LRMC Information Page

What is LRMC?

LRMC is a college basketball ranking system designed to use only basic scoreboard data (which two teams played, whose court they played on, and (in the "pure" version) what the margin of victory was). LRMC was created by Dr. Joel Sokol and Dr. Paul Kvam, and is now maintained, updated, and improved by Dr. Joel Sokol, Dr. George Nemhauser, and Dr. Mark Brown. Drs. Sokol, Kvam, and Nemhauser are all professors in Georgia Tech's H. Milton Stewart School of Industrial and Systems Engineering, and Dr. Brown is a professor in the Department of Mathematics of City College, City University of New York.

How good is LRMC?

The original research paper on LRMC (Kvam, P. and J.S. Sokol, "A logistic regression/Markov chain model for NCAA basketball", Naval Research Logistics 53, pp. 788-803) gives a mathematical description of the method, and reports statistical testing showing that LRMC is better than other standard methods at predicting NCAA tournament outcomes. A followup paper on Bayesian LRMC by Drs. Sokol and Brown is currently in revision.

A more-recent non-mathematical summary of LRMC and its powerpoint-style equivalent points out three important highlights:

  • LRMC is right more often: When LRMC and other NCAA tournament ranking methods disagree, the team LRMC ranks higher wins significantly more often than the other method's team.
  • LRMC is particularly effective at sorting out the top teams, as measured by the last three rounds of the NCAA tournament, and it is more successful at identifying "surprise" Final Four teams. (We're not perfect, though--LRMC didn't expect George Mason's run in 2006!)
  • LRMC is more effective at picking potential bubble teams; the teams it ranks in the "last-teams-in" bubble range tend to win more games than the teams that other methods rank in that area.

How is LRMC different from other methods?

In non-mathematical terms, LRMC differs from many other ranking systems most clearly in its treatment of home court advantage and win/loss outcomes.

  • When determining the value of home court advantage, LRMC considers how much playing at home helps a team win, rather than how many "points" playing on a home court is worth.
  • Our research shows that very close games are often "toss-ups"; the better team barely wins more than half the time. So, winning a close game shouldn't be worth as much as winning easily, and losing a close game shouldn't hurt a team's ranking as much as losing badly. In fact, a close loss to a top-tier team often shows more about a team's quality than a blowout win over a weak team; LRMC's ranking methodology takes this into account.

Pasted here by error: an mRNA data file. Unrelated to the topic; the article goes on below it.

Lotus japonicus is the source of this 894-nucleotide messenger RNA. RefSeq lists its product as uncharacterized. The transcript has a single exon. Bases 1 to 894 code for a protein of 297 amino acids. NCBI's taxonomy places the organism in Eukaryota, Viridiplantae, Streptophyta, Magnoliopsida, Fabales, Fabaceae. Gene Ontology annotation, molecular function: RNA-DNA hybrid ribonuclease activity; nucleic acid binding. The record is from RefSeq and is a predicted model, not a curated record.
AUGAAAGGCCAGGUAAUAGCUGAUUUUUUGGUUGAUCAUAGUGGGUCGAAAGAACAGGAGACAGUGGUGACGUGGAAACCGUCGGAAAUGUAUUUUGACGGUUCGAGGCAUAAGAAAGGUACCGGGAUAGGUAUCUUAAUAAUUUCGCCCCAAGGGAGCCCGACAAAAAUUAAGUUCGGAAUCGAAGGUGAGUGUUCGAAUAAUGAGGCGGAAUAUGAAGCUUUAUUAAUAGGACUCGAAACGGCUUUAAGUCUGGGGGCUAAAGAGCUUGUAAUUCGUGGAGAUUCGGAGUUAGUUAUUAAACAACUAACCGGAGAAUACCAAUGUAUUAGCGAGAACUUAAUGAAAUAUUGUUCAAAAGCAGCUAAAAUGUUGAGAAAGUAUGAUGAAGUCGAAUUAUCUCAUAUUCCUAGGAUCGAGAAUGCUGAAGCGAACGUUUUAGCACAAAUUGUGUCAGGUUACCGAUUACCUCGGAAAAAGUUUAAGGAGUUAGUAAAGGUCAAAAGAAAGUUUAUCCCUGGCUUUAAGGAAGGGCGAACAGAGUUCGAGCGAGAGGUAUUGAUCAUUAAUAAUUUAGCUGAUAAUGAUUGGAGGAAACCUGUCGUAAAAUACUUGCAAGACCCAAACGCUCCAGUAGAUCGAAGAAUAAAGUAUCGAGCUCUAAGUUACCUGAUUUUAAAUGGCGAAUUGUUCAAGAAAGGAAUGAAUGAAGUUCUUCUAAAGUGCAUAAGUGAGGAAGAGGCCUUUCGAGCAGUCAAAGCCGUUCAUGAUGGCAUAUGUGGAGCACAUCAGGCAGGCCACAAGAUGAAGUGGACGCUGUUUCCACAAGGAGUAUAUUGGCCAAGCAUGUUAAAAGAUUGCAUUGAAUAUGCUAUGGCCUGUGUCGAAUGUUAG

What does LRMC have in common with other methods?

LRMC is composed of the same two basic components that most ranking methods use:

  • the quality of each team's results, and
  • the strength of each team's schedule.

What rankings are available on this web site?

We currently calculate three different versions of LRMC:

  • Pure LRMC is our original predictor of NCAA tournament results, and uses exact margin of victory in its calculations.
  • Bayesian LRMC is a modification of our original LRMC method, and seems so far to be a slightly (but statistically-significantly) better predictor of NCAA tournament results. It also uses exact margin of victory in its calculations. Bayesian LRMC has not been tested as thoroughly as Pure LRMC, so at the moment we report the two on the same page rather than giving the Bayesian LRMC its own page.
  • LRMC(0) does not use margin of victory data at all in its calculations. It is somewhat less accurate than Pure LRMC, but is still competitive with many other methods, even ones that do use margin of victory.
These charts show how Pure LRMC, LRMC(0), and a variety of Capped LRMC models fare against some competing ranking methods.


In addition to Drs. Sokol, Kvam, Nemhauser, and Brown, Georgia Tech undergraduate students Kristine Johnson, Harold Rivner, Blaine Deluca, Pete Kriengsiri, Dara Thach, Holly Matera, Jared Norton, Katie Whitehead, and Blake Pierce all assisted in various stages of data collection, analysis, and validation.

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